After graduating, she worked in the fashion industry for five years, designing clothes that were worn by models on the runway and featured in many famous magazines.
In 2007 his parents, John Hardy and Cynthia, planted a bamboo forest in their hometown of Bali, and it wasn’t long before the bamboo trees grew taller.
Probably because of her parents’ influence, she quit her job in 2010 and went back to her hometown (Green Village, Ayung Valley Eco-village, Bali, Indonesia) to build a bamboo house. Together with the artists, architects, engineers and craftspeople who helped her father build his green school, and herself, she started a bamboo construction company called Ibuku, with the intention of shaking up the construction industry on the island of Paris and in the tropics with bamboo.
Elora Hardy still feels that the performance of bamboo is underestimated by designers, saying, “With creativity and hard work, you really can build unique, beautiful, comfortable, safe, and even luxurious houses out of bamboo.”
So far Elora Hardy and its team have completed over 40 unique bamboo structures, large and small, that blend harmoniously with the local landscape. All are locally sourced and built 20% through her team using traditional methods.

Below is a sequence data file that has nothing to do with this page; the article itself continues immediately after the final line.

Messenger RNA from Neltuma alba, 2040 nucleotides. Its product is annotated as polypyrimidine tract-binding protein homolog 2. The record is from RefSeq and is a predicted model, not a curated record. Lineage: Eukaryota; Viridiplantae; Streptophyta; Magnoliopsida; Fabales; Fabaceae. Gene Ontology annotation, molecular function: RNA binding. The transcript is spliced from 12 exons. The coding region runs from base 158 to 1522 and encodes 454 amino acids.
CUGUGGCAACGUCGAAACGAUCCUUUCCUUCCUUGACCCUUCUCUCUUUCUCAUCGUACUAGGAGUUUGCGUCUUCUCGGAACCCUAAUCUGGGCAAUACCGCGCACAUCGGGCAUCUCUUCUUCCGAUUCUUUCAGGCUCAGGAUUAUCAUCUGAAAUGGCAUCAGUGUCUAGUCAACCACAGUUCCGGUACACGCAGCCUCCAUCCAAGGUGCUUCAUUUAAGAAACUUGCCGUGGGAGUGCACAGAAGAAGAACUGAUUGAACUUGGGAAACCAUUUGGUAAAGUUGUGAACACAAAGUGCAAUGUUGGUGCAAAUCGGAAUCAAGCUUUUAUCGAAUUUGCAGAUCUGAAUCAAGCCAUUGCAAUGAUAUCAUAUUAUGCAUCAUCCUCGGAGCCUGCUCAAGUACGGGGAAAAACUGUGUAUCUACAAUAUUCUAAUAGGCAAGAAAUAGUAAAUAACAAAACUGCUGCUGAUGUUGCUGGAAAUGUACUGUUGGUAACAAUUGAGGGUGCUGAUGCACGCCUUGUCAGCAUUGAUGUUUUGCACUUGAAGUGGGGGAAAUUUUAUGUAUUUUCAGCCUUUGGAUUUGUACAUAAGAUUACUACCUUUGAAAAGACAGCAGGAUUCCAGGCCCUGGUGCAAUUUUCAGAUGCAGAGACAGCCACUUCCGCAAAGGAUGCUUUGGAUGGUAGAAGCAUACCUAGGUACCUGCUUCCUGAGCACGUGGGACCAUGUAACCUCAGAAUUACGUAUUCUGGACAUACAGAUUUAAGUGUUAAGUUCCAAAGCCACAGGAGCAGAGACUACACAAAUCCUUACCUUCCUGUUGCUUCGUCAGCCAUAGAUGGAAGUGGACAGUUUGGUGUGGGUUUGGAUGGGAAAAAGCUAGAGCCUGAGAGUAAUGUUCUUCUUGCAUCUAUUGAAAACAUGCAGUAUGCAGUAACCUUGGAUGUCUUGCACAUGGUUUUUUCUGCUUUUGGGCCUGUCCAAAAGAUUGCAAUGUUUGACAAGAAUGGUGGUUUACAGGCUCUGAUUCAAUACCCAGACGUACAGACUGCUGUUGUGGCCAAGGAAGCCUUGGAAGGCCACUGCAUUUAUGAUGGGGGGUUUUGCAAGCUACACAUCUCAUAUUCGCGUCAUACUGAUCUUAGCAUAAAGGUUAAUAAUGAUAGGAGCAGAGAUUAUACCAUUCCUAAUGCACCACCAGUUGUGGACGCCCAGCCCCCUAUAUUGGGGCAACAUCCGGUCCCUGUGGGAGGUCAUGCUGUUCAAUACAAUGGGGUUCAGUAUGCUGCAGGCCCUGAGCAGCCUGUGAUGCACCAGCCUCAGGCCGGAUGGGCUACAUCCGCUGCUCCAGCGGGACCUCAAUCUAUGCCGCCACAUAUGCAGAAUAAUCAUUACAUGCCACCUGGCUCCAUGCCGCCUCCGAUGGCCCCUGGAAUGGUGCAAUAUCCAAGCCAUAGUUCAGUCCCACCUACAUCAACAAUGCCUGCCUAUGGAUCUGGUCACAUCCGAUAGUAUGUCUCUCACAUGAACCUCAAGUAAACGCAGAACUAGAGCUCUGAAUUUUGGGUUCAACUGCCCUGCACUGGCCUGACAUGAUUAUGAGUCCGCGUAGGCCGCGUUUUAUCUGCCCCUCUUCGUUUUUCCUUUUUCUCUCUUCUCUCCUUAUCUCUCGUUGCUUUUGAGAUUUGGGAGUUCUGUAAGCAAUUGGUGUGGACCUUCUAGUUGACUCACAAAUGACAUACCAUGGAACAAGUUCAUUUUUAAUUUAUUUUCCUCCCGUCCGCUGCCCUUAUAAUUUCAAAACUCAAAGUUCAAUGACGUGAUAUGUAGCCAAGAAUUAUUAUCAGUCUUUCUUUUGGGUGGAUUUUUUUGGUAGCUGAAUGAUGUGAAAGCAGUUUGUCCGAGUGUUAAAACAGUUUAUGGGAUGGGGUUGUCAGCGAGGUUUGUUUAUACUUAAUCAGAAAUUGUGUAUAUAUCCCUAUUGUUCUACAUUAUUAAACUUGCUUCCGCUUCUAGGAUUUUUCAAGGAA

One of her most famous works is Sharma Springs, a 6-storey, 750 square meter bamboo house located halfway up the hill overlooking the Ayung River Valley. The building is constructed almost entirely of bamboo wood, with the entrance leading directly into the open-air living room, dining room and kitchen on the fourth floor through a fantastical tunnel-like bridge.
Not only is bamboo used as a building material, but the interior space is also played with, with floors, furniture, toiletries and even cutlery, the whole space is scented with the natural freshness of bamboo. For example, bamboo can be woven into interior partitions that are both strong and lightweight, and bent into a kind of primitive revolving door.
With the compressive strength of concrete and the strength-to-weight ratio of steel, some types of bamboo are flexible and stretchable in thousands of ways, and can be pressed, flattened, sliced or carved. This simple, effective, readily available and flexible bamboo material can easily create a variety of free flowing forms in the same construction and can be well integrated into stone foundations. Here are some of Ibuku’s other works to get a feel for.